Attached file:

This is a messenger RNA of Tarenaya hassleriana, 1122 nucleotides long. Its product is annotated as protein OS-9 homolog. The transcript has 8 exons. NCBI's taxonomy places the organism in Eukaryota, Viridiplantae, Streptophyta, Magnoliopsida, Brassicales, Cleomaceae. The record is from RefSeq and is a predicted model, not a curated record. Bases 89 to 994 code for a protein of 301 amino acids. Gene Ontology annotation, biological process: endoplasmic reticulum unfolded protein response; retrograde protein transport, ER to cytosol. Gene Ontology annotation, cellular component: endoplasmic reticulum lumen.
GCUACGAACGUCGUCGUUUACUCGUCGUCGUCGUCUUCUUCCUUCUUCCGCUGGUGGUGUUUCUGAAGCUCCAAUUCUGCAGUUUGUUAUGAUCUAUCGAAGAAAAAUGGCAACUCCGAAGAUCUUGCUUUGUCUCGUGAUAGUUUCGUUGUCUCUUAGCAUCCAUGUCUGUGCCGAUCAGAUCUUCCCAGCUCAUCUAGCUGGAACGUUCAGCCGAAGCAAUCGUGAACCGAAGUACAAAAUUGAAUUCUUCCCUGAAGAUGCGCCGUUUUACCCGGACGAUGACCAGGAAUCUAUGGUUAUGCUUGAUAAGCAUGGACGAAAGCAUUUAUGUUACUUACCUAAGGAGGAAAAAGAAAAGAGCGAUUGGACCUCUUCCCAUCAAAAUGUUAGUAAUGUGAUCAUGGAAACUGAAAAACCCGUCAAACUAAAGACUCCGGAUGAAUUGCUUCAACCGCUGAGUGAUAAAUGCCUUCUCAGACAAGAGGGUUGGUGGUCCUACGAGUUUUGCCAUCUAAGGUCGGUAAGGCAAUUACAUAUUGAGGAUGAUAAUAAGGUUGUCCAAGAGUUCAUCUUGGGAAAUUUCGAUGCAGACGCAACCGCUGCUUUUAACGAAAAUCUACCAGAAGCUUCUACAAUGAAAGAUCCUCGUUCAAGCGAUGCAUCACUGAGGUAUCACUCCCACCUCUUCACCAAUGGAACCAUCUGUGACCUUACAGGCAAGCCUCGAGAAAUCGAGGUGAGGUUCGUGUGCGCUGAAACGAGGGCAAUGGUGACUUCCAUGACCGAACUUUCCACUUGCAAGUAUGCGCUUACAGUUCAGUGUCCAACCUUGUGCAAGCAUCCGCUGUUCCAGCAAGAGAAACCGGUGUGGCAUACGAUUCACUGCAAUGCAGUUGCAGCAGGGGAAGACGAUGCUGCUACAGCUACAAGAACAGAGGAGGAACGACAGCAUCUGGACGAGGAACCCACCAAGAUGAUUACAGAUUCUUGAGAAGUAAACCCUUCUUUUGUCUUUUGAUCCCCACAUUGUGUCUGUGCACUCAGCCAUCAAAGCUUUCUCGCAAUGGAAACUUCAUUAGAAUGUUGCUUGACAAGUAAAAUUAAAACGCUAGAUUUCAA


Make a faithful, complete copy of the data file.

This is a messenger RNA of Tarenaya hassleriana, 1122 nucleotides long. Its product is annotated as protein OS-9 homolog. The transcript has 8 exons. NCBI's taxonomy places the organism in Eukaryota, Viridiplantae, Streptophyta, Magnoliopsida, Brassicales, Cleomaceae. The record is from RefSeq and is a predicted model, not a curated record. Bases 89 to 994 code for a protein of 301 amino acids. Gene Ontology annotation, biological process: endoplasmic reticulum unfolded protein response; retrograde protein transport, ER to cytosol. Gene Ontology annotation, cellular component: endoplasmic reticulum lumen.
GCUACGAACGUCGUCGUUUACUCGUCGUCGUCGUCUUCUUCCUUCUUCCGCUGGUGGUGUUUCUGAAGCUCCAAUUCUGCAGUUUGUUAUGAUCUAUCGAAGAAAAAUGGCAACUCCGAAGAUCUUGCUUUGUCUCGUGAUAGUUUCGUUGUCUCUUAGCAUCCAUGUCUGUGCCGAUCAGAUCUUCCCAGCUCAUCUAGCUGGAACGUUCAGCCGAAGCAAUCGUGAACCGAAGUACAAAAUUGAAUUCUUCCCUGAAGAUGCGCCGUUUUACCCGGACGAUGACCAGGAAUCUAUGGUUAUGCUUGAUAAGCAUGGACGAAAGCAUUUAUGUUACUUACCUAAGGAGGAAAAAGAAAAGAGCGAUUGGACCUCUUCCCAUCAAAAUGUUAGUAAUGUGAUCAUGGAAACUGAAAAACCCGUCAAACUAAAGACUCCGGAUGAAUUGCUUCAACCGCUGAGUGAUAAAUGCCUUCUCAGACAAGAGGGUUGGUGGUCCUACGAGUUUUGCCAUCUAAGGUCGGUAAGGCAAUUACAUAUUGAGGAUGAUAAUAAGGUUGUCCAAGAGUUCAUCUUGGGAAAUUUCGAUGCAGACGCAACCGCUGCUUUUAACGAAAAUCUACCAGAAGCUUCUACAAUGAAAGAUCCUCGUUCAAGCGAUGCAUCACUGAGGUAUCACUCCCACCUCUUCACCAAUGGAACCAUCUGUGACCUUACAGGCAAGCCUCGAGAAAUCGAGGUGAGGUUCGUGUGCGCUGAAACGAGGGCAAUGGUGACUUCCAUGACCGAACUUUCCACUUGCAAGUAUGCGCUUACAGUUCAGUGUCCAACCUUGUGCAAGCAUCCGCUGUUCCAGCAAGAGAAACCGGUGUGGCAUACGAUUCACUGCAAUGCAGUUGCAGCAGGGGAAGACGAUGCUGCUACAGCUACAAGAACAGAGGAGGAACGACAGCAUCUGGACGAGGAACCCACCAAGAUGAUUACAGAUUCUUGAGAAGUAAACCCUUCUUUUGUCUUUUGAUCCCCACAUUGUGUCUGUGCACUCAGCCAUCAAAGCUUUCUCGCAAUGGAAACUUCAUUAGAAUGUUGCUUGACAAGUAAAAUUAAAACGCUAGAUUUCAA